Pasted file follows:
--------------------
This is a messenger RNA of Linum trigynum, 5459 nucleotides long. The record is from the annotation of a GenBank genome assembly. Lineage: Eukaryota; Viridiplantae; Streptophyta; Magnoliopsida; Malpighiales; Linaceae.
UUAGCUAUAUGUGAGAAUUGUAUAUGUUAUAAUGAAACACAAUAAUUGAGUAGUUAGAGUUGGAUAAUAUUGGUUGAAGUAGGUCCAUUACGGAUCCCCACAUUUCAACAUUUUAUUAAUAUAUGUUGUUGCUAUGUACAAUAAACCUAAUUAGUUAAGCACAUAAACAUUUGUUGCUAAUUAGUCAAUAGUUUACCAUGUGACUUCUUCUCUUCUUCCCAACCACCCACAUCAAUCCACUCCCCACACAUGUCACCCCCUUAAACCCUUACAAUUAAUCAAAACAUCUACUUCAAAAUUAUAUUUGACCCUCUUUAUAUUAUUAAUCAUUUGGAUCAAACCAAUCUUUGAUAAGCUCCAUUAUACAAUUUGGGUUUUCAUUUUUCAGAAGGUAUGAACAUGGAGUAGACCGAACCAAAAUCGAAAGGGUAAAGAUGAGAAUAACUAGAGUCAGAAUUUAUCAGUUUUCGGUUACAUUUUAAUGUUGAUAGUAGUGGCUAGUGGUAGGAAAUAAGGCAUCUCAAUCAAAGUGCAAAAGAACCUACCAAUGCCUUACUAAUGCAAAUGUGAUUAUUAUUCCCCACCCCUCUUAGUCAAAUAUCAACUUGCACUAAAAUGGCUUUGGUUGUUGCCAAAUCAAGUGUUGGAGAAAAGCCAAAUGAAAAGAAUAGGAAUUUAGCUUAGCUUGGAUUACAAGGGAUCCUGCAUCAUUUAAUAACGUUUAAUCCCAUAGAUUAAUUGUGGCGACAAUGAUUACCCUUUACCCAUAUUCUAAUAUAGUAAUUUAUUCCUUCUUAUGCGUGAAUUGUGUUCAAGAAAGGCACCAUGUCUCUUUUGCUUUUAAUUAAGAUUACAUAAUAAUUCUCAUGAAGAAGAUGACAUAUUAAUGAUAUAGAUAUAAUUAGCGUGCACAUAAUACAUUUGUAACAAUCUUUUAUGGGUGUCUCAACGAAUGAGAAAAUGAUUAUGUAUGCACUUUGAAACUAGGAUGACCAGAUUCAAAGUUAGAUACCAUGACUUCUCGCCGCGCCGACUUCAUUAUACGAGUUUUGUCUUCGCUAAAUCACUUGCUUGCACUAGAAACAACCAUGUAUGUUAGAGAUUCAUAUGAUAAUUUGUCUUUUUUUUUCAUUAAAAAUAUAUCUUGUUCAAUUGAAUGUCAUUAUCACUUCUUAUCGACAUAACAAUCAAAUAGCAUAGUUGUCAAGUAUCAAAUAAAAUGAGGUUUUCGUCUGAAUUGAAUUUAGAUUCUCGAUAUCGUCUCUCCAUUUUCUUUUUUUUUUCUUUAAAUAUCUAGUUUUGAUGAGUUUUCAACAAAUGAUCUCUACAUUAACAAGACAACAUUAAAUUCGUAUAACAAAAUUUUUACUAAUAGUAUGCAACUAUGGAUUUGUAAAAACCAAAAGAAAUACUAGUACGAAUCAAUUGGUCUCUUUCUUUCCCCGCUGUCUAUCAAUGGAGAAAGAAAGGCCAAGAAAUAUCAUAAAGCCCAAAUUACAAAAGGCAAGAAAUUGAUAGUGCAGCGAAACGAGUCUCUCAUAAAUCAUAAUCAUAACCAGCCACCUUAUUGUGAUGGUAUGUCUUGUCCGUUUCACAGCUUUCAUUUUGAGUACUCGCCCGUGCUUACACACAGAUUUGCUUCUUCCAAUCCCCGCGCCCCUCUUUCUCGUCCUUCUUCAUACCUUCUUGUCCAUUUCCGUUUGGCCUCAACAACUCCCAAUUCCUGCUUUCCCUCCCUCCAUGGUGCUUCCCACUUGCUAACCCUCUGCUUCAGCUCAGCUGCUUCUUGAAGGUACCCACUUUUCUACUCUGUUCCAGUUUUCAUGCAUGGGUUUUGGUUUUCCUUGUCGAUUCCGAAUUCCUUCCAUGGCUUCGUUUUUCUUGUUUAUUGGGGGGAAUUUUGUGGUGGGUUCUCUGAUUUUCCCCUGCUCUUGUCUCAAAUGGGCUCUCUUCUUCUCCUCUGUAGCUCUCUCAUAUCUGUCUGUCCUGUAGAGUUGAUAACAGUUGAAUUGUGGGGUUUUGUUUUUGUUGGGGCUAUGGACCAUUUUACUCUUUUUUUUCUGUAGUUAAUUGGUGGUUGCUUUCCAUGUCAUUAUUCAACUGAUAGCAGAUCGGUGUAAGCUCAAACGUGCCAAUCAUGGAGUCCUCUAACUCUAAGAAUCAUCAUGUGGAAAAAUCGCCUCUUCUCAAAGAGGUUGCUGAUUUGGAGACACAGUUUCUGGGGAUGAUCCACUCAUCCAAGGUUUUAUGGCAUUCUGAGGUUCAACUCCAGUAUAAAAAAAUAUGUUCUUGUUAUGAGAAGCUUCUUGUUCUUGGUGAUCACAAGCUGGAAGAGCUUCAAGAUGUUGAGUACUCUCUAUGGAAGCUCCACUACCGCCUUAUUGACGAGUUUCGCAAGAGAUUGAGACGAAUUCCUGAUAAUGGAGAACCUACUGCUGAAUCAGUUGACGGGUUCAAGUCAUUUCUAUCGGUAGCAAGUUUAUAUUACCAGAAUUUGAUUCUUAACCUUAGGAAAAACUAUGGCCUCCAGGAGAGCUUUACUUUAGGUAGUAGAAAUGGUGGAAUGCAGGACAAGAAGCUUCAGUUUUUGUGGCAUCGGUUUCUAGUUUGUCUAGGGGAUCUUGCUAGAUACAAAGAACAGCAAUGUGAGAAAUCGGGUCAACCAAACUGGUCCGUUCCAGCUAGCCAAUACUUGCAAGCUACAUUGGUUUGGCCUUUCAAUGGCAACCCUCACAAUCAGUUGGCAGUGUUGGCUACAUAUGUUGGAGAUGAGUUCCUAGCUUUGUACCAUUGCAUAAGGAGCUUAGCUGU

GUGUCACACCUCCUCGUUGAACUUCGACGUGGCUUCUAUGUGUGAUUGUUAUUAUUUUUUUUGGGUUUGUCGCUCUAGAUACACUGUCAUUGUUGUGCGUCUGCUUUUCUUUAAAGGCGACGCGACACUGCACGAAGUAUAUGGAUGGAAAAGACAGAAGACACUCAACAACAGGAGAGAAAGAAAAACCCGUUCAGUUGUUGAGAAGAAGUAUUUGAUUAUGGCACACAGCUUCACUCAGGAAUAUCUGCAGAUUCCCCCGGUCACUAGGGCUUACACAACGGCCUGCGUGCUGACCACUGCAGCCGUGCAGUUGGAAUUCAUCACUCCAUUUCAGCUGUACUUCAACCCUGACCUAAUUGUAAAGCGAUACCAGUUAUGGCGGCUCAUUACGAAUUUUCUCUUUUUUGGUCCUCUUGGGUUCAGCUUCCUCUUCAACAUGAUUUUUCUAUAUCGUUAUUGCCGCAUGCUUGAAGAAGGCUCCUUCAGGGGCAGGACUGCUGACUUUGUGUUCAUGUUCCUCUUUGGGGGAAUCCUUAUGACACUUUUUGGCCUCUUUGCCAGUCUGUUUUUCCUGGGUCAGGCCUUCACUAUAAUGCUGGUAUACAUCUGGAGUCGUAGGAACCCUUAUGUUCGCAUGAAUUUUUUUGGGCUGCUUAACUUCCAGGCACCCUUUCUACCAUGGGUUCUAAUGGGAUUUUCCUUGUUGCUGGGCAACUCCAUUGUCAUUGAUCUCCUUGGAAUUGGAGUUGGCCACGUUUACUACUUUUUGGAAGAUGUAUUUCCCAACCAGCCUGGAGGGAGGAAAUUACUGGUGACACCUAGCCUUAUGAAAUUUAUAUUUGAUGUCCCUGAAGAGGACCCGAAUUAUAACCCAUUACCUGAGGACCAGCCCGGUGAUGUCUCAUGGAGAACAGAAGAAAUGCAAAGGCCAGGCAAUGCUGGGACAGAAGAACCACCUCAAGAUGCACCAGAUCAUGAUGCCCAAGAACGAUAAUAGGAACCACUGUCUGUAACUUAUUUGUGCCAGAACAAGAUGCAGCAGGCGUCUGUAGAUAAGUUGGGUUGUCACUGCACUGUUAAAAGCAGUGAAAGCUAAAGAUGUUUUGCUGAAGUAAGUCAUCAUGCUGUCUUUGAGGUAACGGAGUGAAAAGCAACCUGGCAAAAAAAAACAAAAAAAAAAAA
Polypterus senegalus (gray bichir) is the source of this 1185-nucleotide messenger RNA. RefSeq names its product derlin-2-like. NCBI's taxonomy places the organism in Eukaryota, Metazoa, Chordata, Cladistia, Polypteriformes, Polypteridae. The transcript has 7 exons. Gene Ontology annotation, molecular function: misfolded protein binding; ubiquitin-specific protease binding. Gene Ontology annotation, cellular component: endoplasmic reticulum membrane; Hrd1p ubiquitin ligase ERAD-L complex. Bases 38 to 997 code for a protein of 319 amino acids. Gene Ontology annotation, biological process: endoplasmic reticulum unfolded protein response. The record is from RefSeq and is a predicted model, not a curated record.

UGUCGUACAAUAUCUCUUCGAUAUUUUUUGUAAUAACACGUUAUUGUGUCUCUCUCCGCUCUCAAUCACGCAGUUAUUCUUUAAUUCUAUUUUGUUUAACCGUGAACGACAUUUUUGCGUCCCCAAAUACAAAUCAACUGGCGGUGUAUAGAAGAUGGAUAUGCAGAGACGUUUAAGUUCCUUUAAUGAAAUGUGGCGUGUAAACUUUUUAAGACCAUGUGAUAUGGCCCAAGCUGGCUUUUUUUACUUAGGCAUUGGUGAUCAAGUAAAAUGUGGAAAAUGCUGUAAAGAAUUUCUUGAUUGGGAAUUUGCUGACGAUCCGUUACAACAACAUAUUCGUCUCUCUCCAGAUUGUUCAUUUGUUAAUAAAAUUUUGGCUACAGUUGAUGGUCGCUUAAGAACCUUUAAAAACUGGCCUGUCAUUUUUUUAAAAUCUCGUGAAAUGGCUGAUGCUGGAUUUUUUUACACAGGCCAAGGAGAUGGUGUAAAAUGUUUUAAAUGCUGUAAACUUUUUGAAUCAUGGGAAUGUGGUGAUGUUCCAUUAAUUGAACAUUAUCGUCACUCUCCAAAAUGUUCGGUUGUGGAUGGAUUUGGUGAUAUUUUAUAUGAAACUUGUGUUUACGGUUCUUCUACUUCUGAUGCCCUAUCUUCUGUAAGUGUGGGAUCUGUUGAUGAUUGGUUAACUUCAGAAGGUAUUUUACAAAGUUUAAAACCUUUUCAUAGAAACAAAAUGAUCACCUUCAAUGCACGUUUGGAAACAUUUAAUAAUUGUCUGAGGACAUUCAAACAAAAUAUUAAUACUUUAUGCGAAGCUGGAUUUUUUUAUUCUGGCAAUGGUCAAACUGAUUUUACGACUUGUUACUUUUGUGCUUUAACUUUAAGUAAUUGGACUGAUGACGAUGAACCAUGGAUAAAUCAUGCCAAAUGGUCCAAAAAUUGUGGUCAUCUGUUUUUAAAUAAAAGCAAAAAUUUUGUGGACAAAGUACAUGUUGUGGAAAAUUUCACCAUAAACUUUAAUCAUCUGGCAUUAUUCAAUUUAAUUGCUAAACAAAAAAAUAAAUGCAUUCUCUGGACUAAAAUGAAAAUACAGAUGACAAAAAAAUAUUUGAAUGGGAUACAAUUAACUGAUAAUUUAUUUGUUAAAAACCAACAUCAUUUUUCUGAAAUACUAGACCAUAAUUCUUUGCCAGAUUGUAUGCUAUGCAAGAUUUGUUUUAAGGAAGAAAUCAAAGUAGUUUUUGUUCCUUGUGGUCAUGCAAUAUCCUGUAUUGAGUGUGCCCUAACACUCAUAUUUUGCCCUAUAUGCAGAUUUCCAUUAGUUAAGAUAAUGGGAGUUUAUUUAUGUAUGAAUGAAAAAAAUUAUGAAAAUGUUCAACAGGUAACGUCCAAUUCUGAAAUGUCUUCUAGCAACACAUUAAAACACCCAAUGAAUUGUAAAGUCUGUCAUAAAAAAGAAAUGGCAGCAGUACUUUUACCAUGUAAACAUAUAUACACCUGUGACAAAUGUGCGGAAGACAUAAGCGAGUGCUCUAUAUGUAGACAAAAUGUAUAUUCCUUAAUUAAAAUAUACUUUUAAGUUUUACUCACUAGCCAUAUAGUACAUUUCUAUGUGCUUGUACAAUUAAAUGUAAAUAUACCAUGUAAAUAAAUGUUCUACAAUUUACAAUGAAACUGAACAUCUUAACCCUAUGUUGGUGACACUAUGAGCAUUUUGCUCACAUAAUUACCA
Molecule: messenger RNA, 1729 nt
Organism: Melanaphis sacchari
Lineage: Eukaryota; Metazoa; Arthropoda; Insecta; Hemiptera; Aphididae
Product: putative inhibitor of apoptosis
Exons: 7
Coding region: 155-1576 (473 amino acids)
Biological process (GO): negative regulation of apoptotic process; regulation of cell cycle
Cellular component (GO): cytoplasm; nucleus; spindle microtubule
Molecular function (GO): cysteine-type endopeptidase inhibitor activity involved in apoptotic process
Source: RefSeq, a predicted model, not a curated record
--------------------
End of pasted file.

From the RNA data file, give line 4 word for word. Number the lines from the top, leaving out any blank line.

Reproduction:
Polypterus senegalus (gray bichir) is the source of this 1185-nucleotide messenger RNA. RefSeq names its product derlin-2-like. NCBI's taxonomy places the organism in Eukaryota, Metazoa, Chordata, Cladistia, Polypteriformes, Polypteridae. The transcript has 7 exons. Gene Ontology annotation, molecular function: misfolded protein binding; ubiquitin-specific protease binding. Gene Ontology annotation, cellular component: endoplasmic reticulum membrane; Hrd1p ubiquitin ligase ERAD-L complex. Bases 38 to 997 code for a protein of 319 amino acids. Gene Ontology annotation, biological process: endoplasmic reticulum unfolded protein response. The record is from RefSeq and is a predicted model, not a curated record.